18. are you mad that a solid rear axle car beat a perfectly balanced car?

    The Camaros Handling is underrated and the Porsches handling is overrated (at least by what I hear people talking about).

    Truth is : refer to post above.

    thats what got me aggrevated in the first place.
  19. And the Nurburgring has an even longer straight, yet that doesn't stop people on this forum (and others) from using it as their benchmark.

    And the cars with the most power and torque in that R&T test (the 550 Maranello and Porsche 911 Turbo) didn't set the quickest lap times. They were slower than the relatively weaker, lower-torque 360 Modena and Z06. So power/torque alone won't explain the Camaro's lap time in that test. In fact, they stated explicitly that the Camaro handled well and was fast in the corners too:
    "At the racetrack, the SS raised more than a few eyebrows. Everyone expected it to rocket down the straights, but it ended up cornering well too — proof that high tech isn't necessarily the only show in town. While it certainly could work better over bumps and through quick transitions, the SS is generally stable, predictable and as such, surprisingly fast."
    "The Camaro is a very smooth car to drive with nice linear power and a broad powerband. It feels stable and planted through quick corners — even sliding, it still feels very connected, so you're not worried about what it's going to do. Compared with the Corvette, driving the SS is easier physically. This car, you could lap all day."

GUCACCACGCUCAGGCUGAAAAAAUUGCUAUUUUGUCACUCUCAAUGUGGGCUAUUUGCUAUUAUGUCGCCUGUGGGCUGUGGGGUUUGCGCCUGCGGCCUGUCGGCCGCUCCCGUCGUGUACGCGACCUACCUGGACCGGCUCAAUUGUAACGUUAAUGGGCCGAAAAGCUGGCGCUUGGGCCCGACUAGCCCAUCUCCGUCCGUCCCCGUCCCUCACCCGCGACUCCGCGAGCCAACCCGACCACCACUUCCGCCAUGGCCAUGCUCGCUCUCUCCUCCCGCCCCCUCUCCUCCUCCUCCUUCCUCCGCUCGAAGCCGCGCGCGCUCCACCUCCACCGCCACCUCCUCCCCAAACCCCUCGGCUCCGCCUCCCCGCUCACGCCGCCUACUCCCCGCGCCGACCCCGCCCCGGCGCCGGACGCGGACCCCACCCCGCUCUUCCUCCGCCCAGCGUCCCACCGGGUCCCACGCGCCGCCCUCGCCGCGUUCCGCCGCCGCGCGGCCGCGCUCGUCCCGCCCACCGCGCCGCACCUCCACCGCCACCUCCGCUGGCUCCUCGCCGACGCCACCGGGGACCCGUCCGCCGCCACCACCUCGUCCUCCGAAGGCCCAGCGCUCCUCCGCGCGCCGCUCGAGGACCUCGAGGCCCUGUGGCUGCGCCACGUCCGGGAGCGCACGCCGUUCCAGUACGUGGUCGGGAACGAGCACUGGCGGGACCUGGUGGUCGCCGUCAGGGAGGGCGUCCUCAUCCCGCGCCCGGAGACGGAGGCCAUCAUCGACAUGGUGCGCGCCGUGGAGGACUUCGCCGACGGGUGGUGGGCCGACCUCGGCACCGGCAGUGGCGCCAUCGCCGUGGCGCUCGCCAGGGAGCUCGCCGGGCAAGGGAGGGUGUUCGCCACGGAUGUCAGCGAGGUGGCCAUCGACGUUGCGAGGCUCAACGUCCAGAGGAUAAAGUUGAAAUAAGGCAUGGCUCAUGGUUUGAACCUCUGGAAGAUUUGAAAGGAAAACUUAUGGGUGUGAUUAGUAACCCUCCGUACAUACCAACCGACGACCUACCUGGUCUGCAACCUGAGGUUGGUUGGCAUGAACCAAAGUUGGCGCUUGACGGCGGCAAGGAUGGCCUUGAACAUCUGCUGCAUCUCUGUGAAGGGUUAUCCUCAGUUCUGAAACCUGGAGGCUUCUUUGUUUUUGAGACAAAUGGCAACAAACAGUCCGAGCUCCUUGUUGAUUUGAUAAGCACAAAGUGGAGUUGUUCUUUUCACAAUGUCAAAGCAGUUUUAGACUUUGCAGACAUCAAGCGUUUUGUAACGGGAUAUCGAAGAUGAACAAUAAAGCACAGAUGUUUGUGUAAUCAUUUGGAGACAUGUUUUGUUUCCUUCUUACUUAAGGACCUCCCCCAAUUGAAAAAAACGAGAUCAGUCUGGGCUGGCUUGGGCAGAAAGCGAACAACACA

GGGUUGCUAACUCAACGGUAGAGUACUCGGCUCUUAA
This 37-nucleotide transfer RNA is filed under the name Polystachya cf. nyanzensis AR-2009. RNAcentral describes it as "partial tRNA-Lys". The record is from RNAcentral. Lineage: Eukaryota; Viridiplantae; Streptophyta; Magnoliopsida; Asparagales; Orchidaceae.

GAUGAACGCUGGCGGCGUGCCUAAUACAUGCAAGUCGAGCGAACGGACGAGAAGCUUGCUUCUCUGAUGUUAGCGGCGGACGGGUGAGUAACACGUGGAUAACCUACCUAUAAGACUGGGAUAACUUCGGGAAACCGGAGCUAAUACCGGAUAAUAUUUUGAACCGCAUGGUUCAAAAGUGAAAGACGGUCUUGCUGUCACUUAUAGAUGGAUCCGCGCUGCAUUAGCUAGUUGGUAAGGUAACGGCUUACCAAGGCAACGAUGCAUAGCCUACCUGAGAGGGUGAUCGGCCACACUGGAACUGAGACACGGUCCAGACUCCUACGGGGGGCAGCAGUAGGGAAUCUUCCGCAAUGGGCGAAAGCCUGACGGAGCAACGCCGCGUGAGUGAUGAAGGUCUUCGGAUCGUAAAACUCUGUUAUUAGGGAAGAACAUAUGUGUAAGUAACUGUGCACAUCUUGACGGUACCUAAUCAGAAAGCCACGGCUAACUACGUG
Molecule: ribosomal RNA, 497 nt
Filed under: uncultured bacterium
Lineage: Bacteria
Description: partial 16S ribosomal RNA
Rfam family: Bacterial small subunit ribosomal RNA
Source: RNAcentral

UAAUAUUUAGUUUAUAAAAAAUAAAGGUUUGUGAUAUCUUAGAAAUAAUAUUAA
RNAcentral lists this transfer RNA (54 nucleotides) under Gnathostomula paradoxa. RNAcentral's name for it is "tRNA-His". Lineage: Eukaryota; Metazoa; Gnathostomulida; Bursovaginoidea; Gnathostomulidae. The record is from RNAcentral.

Sure it has more power and torque than the Boxster S. But what happens when you factor in torque at the wheels (through gear multiplication) as a ratio to weight? The torque advantage all but disappears, and maybe that's why in RT's testing, the Boxster is a mere 1/10th behind in the quarter mile. That leaves other factors squarely in the Boxster S's favor: weight (~340 fewer lbs), weight distribution (for traction and braking), polar moment of inertia, larger brakes (and swept area/ton), all-independent suspension combined with Porsche's legendary chassis tuning, more feedback, etc. I'd be willing to bet the Porsche's CoG is lower also.

    I'm not saying a Camaro handles as well as a Boxster S. On a narrow mountain road, I'd bet equally skilled drivers would be faster in the Porsche. But anyone who takes that Camaro & twisties picture seriously is an idiot.
  20. That wouldn't be so much as humiliation, but more of illustrating that bigger and more badass sportcars aren't always better than other "lower" cars within its class in some road courses. Humiliation IMO is a 750hp Mustang being walked by a 500hp Cobalt. ZING!
  21. Nor did I say the Camaro handles poorly. It's clumsy, but it gets the job done.

    But it isn't anywhere near the Boxster S.
  22. Stop confusing feel with handling.
  23. I'm not. A mid-engine car that weighs 200+ kgs less is going to have better handling than a RWD, acceleration biased, front-engine coupe.
  24. I agree it will handle better, but saying "anywhere near" is stretching it too far.
  25. If it gets the job done, how is it clumsy? Unless you're talking about feel.